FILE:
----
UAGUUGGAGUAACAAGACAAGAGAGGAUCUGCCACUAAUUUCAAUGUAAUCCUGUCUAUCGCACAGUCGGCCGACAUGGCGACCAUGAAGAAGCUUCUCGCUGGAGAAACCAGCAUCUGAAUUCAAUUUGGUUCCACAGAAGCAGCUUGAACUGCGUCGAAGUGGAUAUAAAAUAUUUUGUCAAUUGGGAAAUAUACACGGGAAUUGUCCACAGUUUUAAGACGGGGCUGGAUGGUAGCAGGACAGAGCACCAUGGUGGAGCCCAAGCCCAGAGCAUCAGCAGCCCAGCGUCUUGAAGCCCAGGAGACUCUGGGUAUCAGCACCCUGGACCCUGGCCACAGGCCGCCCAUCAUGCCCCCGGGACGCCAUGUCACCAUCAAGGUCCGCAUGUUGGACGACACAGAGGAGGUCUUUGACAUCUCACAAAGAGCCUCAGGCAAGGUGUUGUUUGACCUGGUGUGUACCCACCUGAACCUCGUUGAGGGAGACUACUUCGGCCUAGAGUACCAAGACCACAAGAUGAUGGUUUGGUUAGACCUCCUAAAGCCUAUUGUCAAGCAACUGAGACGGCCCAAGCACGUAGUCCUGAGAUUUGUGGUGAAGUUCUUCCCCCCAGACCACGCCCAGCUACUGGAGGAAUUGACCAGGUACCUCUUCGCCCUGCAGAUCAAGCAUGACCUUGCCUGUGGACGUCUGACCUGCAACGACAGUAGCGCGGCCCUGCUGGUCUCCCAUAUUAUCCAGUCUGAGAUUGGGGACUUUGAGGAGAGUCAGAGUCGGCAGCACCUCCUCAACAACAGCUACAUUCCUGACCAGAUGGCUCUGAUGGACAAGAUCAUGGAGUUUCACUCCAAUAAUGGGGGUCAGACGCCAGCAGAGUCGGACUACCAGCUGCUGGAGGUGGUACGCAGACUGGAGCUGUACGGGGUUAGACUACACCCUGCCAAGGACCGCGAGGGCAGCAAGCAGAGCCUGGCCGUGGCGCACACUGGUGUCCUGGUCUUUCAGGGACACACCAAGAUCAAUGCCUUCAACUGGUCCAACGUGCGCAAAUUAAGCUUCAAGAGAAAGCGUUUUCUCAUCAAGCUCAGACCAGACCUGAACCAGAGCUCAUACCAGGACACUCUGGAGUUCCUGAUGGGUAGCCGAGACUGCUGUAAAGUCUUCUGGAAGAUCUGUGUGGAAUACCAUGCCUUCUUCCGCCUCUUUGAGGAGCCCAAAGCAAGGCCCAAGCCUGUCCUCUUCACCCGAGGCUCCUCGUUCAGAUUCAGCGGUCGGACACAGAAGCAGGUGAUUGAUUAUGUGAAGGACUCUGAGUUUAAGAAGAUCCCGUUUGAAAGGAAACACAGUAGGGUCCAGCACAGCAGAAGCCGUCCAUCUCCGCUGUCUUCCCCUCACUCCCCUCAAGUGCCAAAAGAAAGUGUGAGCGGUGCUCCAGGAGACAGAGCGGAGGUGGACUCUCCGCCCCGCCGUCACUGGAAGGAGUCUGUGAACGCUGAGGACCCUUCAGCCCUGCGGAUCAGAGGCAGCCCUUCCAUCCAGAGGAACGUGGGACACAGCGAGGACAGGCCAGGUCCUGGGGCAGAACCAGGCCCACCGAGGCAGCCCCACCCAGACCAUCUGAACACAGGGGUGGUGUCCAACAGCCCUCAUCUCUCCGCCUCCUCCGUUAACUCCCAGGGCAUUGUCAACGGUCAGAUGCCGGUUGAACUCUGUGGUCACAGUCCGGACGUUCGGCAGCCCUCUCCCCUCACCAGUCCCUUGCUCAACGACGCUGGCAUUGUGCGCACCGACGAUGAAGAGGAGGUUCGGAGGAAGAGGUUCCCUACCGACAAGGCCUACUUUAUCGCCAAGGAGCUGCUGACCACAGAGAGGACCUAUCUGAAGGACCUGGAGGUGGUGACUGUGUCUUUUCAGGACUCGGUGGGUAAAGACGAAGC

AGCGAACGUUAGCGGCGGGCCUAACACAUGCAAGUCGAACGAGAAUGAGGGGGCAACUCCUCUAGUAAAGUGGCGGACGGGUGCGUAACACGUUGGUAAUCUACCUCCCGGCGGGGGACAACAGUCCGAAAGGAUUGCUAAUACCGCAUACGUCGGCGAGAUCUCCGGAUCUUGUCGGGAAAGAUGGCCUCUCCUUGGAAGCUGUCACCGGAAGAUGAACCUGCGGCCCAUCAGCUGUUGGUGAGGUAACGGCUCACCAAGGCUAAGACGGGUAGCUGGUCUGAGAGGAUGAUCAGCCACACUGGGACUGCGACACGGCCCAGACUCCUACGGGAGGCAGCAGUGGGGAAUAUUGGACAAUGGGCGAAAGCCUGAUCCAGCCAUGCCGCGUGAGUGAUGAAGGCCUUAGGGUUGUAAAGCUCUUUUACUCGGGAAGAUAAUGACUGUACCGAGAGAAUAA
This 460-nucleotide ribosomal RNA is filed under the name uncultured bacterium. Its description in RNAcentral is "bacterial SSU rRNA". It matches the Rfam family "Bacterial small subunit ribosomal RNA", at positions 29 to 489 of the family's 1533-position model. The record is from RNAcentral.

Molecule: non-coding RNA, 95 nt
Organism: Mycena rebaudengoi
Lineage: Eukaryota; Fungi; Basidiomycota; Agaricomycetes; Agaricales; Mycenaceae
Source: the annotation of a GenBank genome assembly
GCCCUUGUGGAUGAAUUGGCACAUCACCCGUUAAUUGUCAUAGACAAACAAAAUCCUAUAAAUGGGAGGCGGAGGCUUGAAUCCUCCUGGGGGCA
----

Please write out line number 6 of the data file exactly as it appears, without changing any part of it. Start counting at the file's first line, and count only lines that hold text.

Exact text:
Lineage: Eukaryota; Fungi; Basidiomycota; Agaricomycetes; Agaricales; Mycenaceae